Thoracoabdominal Aortic Aneurysm Secondary to Aggressive Giant Cell Arteritis

Research output: Contribution to journalArticle

Abstract

Large artery stenosis of the arm or leg arteries or the cervical arteries has been described in giant cell arteritis (GCA); aortic involvement, nevertheless, is less frequent, even if imaging tools such as positron emission tomography (PET) computed tomography have increased the frequency in the observation of aortic involvement. A 56-year-old female with a medical history of GCA presented to our emergency department with an unruptured voluminous thoracoabdominal aortic aneurysm (TAAA). The fluorodeoxyglucose PET demonstrated the presence of high inflammatory activity. The patient underwent endovascular correction using a “sandwich technique.” The 3-month control CT scan shows complete aneurysm exclusion. In high risk for surgery patients with GCA, the endovascular treatment with parallel stent graft of TAAA is safe and feasible.

Original languageEnglish
JournalAnnals of Vascular Surgery
DOIs
Publication statusAccepted/In press - Jan 1 2019

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Thoracic Aortic Aneurysm
Giant Cell Arteritis
Arteries
Positron-Emission Tomography
Stents
Aneurysm
Hospital Emergency Service
Leg
Pathologic Constriction
Arm
Observation
Transplants
Therapeutics

ASJC Scopus subject areas

  • Surgery
  • Cardiology and Cardiovascular Medicine

Cite this

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title = "Thoracoabdominal Aortic Aneurysm Secondary to Aggressive Giant Cell Arteritis",
abstract = "Large artery stenosis of the arm or leg arteries or the cervical arteries has been described in giant cell arteritis (GCA); aortic involvement, nevertheless, is less frequent, even if imaging tools such as positron emission tomography (PET) computed tomography have increased the frequency in the observation of aortic involvement. A 56-year-old female with a medical history of GCA presented to our emergency department with an unruptured voluminous thoracoabdominal aortic aneurysm (TAAA). The fluorodeoxyglucose PET demonstrated the presence of high inflammatory activity. The patient underwent endovascular correction using a “sandwich technique.” The 3-month control CT scan shows complete aneurysm exclusion. In high risk for surgery patients with GCA, the endovascular treatment with parallel stent graft of TAAA is safe and feasible.",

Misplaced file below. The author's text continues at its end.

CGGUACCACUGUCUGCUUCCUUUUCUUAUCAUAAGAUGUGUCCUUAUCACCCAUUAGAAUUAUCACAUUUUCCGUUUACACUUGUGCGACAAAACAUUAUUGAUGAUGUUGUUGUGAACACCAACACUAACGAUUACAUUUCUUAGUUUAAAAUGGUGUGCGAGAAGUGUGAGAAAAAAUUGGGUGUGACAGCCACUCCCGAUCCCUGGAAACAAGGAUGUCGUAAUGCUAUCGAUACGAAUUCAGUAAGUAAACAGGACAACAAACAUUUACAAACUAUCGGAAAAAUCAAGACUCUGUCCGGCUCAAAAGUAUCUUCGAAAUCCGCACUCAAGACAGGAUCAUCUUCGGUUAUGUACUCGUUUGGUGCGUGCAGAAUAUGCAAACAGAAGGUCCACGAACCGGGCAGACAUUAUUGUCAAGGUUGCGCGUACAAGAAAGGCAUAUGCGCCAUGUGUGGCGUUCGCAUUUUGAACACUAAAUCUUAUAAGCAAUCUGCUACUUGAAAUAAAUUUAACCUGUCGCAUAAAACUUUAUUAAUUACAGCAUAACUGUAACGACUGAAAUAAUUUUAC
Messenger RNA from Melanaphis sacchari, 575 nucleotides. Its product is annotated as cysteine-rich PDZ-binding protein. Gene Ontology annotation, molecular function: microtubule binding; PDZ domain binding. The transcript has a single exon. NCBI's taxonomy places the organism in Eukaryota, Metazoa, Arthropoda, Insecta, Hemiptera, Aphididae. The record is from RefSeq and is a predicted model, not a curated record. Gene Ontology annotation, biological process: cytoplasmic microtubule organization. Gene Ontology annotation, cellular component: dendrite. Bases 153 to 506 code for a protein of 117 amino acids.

author = "Antonio Bozzani and {Bobbio Pallavicini}, Francesca and Vittorio Arici and Pietro Quaretti and Mauro Rossi and Giulia Ticozzelli and Franco Ragni",
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AU - Bozzani, Antonio

AU - Bobbio Pallavicini, Francesca

AU - Arici, Vittorio

AU - Quaretti, Pietro

AU - Rossi, Mauro

AU - Ticozzelli, Giulia

AU - Ragni, Franco

PY - 2019/1/1

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AB - Large artery stenosis of the arm or leg arteries or the cervical arteries has been described in giant cell arteritis (GCA); aortic involvement, nevertheless, is less frequent, even if imaging tools such as positron emission tomography (PET) computed tomography have increased the frequency in the observation of aortic involvement. A 56-year-old female with a medical history of GCA presented to our emergency department with an unruptured voluminous thoracoabdominal aortic aneurysm (TAAA). The fluorodeoxyglucose PET demonstrated the presence of high inflammatory activity. The patient underwent endovascular correction using a “sandwich technique.” The 3-month control CT scan shows complete aneurysm exclusion. In high risk for surgery patients with GCA, the endovascular treatment with parallel stent graft of TAAA is safe and feasible.

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